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Sustainability and responsible investment (SRI) can no longer be regarded as a narrow issue that applies only to a subset of investment funds at the margin.
SRI is now a force in investing and is fundamental to the asset management industry and its clients. Rather than dampening enthusiasm for SRI, the global pandemic has instead acted as an accelerant. SRI funds have continued to attract high levels of investment over the pandemic period, attracting around £1bn of new investment per month over the past three to four months, according to Investment Association (IA) research figures.
That was a time when conventional funds were experiencing material outflows. Interest and demand is not only from retail investors but also from institutional investors, all of whom want to know how the industry is rising to the challenge of responsible investment. SRI is not confined to traditional authorised funds; it is also on the rise in alternative funds, such as private equity, where there has been an increase in the launch of environmental, social and corporate governance (ESG) funds.
The political imperative: the Paris Agreement and the transition to net zero
To tackle climate change and its negative impacts, 197 countries adopted the Paris Agreement at the United Nations Climate Change Conference in Paris on 12 December 2015. The deal aims to substantially reduce global greenhouse gas emissions and to limit the global temperature increase in this century to 2°C while pursuing means to limit the increase even further to 1.5°C. The Paris Agreement marks the beginning of a shift towards a low-carbon world but there is much to do as the world is currently heading towards more than 3°C.
In 2019 the UK raised its ambition on climate change by setting a legally binding target to cut its greenhouse emissions to ‘net-zero’ by 2050, becoming the first member of the G7 group of major economies to do so. The UK has also indicated it will at least match the ambition of the objectives of the EU Sustainable Finance Action Plan and the government will work with the financial services sector to strengthen the UK’s status as a global hub for sustainable finance.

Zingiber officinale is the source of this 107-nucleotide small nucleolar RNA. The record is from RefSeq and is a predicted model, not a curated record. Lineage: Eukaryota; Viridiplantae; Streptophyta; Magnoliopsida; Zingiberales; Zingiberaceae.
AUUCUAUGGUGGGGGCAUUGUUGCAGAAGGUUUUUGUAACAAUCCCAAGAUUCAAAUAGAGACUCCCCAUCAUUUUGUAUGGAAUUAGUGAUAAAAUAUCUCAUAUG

The good news is that many of the UK’s biggest firms have got the message and are moving quickly to reduce their emissions. For example, at NatWest, we have set out an ambition to be a leading bank in helping to address the climate challenge by making our own operations net-carbon-zero in 2020 and climate positive by 2025.
The hope is that the demand for ESG ratings will make it harder for investee firms to engage in greenwashing, to the ultimate benefit of shareholders and the wider financial community
Regulatory interest in SRI hampered by a lack of common standards
There have been few other emerging trends that have attracted the same level of regulatory interest as SRI. This has led to a plethora of international standards with no common definition of what a sustainable finance product is. The multitude of frameworks makes it difficult for investors to compare one company’s disclosure to another and this creates issues around market integrity and the potential for greenwashing. The International Organization of Securities Commissions (IOSCO) has created a taskforce to bring the standard setters together to try to achieve some global cohesiveness in international standards frameworks and hopes to report back in about 18 months. It is an ambitious timeline, given the complexities involved as individual countries try to establish a leadership position in ESG disclosures.
Connecting the dots: the demand for ESG ratings
ESG ratings are becoming increasingly important in the world of investing. There is growing evidence that firms with high ESG scores will also produce stronger financial results. But unlike credit ratings, ESG scores are poorly correlated with each other. This is perhaps not surprising when many firms do not report on sustainability regularly or consistently, making it difficult for ESG rating firms to arrive at an accurate picture, given a lack of information. ESG rating methodologies are also proprietary to firms, meaning that rating firms can disagree about companies which are good or bad from an ESG perspective.
The hope is that the demand for ESG ratings and recent consolidation within the sector will bring greater consistency in ratings and make it harder for investee firms to engage in greenwashing, to the ultimate benefit of shareholders and the wider financial community.
How is the UK asset management industry rising to the challenge?
In November 2019, the Investment Association published its Responsible Investment Framework – an industry-wide common language for responsible investment with clear definitions and a framework for product categorisation. The IA is due to publish before the end of the year a best-practice guidance paper on fund level communication of responsible investment. Perhaps the most significant development will be the launch of a UK retail product label for authorised funds. The label will help the UK to compete with other European jurisdictions by showcasing UK expertise and will help simplify investors’ choice of SRI funds for the benefit of the investor and the industry. The Association of Real Estate Funds (AREF) is also considering the merits of an ESG label. A position paper on climate change and the role of the industry is also expected.
It is clear SRI is now a core strategic issue for the asset management industry. This gives grounds for optimism but this optimism should be tempered with reality. ESG remains an emerging frontier in finance and the scale of the challenge is profound.